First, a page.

Year 2 has been learning about the Great Fire of London. They spent several days making Tudor houses out of cardboard, lollipop sticks and straw. At the end of the week they were brought into the playground to see them set alight by the fire brigade in a recreation of 1666.
Half the class thought it was brilliant. The other half sobbed at the sight of their hard work going up in flames.
It was one of those "wow lessons" that slightly misfired. I’m sure some of the children now have a better picture of why the fire of London spread so quickly, but for many their overriding memory will simply be of a big red fire engine in the playground, followed by the realisation that they wouldn’t be bringing their house home to show their parents.
Sensitive to feedback
Young children – sometimes contrary to appearances – are hugely sensitive to feedback about their work.
A big part of a primary teacher’s job is to keep confidence levels high, without compromising on standards. Small children don’t give you much in the way of second chances (try telling a four-year-old that their writing isn’t very good and see how willing they are to write more for you).
Which isn’t to say that you throw meaningless praise around. But you’re not going to get far with young children if praise isn’t a big part of their day.
And it’s not just the little ones. Older children need praise too.
I encourage my struggling writers to read their stories out to the class at the end of the day. Not because I think everyone’s afternoon will really be enhanced by largely unpunctuated tales of zombie killers, read in a halting monotone, but because I know how important an audience is in keeping them enthusiastic about writing.
How much praise?
But just how much praise is the right amount? This is a tricky area for teachers. A generation or so ago it was the norm to hold up the best work for public praise and stamp everyone else with “must do better”. Then there seemed to be a phase when everyone was praised, regardless of effort or brilliance.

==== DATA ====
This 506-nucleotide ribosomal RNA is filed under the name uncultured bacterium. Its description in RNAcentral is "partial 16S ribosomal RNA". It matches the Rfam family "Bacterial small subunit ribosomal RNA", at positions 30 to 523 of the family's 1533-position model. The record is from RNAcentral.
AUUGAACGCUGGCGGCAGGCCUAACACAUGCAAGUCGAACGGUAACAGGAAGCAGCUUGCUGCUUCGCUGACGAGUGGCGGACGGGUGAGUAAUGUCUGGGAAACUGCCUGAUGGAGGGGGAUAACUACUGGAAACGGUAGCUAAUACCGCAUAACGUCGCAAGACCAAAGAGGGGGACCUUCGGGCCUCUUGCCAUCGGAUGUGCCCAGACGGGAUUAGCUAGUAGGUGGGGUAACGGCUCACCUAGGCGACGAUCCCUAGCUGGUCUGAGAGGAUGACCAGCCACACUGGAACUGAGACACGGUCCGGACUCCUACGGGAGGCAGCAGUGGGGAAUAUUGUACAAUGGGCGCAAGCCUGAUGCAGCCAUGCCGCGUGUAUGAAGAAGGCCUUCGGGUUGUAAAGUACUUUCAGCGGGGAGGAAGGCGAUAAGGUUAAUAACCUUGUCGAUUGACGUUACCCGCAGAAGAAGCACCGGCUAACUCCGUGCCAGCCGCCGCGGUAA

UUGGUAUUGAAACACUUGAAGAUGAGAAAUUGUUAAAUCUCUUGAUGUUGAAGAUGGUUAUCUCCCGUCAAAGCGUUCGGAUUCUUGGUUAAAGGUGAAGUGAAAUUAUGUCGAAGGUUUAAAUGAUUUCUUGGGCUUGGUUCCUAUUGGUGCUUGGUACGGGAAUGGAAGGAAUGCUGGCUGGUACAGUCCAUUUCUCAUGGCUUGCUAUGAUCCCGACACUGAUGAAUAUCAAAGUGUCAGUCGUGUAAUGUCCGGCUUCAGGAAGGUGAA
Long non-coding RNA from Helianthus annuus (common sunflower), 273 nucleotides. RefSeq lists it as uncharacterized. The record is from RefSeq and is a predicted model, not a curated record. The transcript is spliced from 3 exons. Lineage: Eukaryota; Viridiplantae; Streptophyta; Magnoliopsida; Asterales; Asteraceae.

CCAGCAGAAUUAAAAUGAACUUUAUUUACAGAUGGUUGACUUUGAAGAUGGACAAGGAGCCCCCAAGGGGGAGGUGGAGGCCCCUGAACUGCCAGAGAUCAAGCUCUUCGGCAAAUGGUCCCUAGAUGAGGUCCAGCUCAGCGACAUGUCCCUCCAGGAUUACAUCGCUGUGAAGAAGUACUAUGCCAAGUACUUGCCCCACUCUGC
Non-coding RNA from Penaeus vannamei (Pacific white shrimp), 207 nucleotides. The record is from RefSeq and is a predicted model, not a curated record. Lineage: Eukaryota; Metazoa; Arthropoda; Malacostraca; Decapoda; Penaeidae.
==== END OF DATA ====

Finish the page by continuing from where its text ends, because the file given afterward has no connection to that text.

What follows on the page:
And now we have Carol Dweck’s growth mindset, where we praise effort but not outcome because that could actually stifle persistence and risk-taking (although it’s much more complicated than that and most of us are still doing it wrong anyway).
There’s also the fact that a lot of praise is unspoken. Children are savvy and pick up on the cues. Do you default to the most fluent readers when reading aloud in class? Are the same writers getting held up as role models? The same artists appearing on the school website? Do you over praise the behaviour of those who struggle with discipline, while ignoring the good behaviour of the perennially compliant?
Navigating the minefield
Add in the fact that some children will be constantly seeking your approval, while some will never voluntarily show you anything, and it quickly becomes a minefield, which you will never quite learn to navigate correctly.
And, however hard you try to strike the right balance in school, there’s a good chance it will often go out the window at home. My son came home from school the other day with his lighthouse. It had taken him ages to make out of card, paper and paint and he was proud of it.
“Do you like it?” he asked me. “Is it the best lighthouse you’ve ever seen?”
I looked at it. It looked like a badly amputated leg, sitting on a bed of litter. Then I looked at his face.
“Yes,” I replied in all honesty. “It’s the best lighthouse I’ve ever seen.”
Jo Brighouse is a pseudonym for a primary teacher in the West Midlands. She tweets @jo_brighouse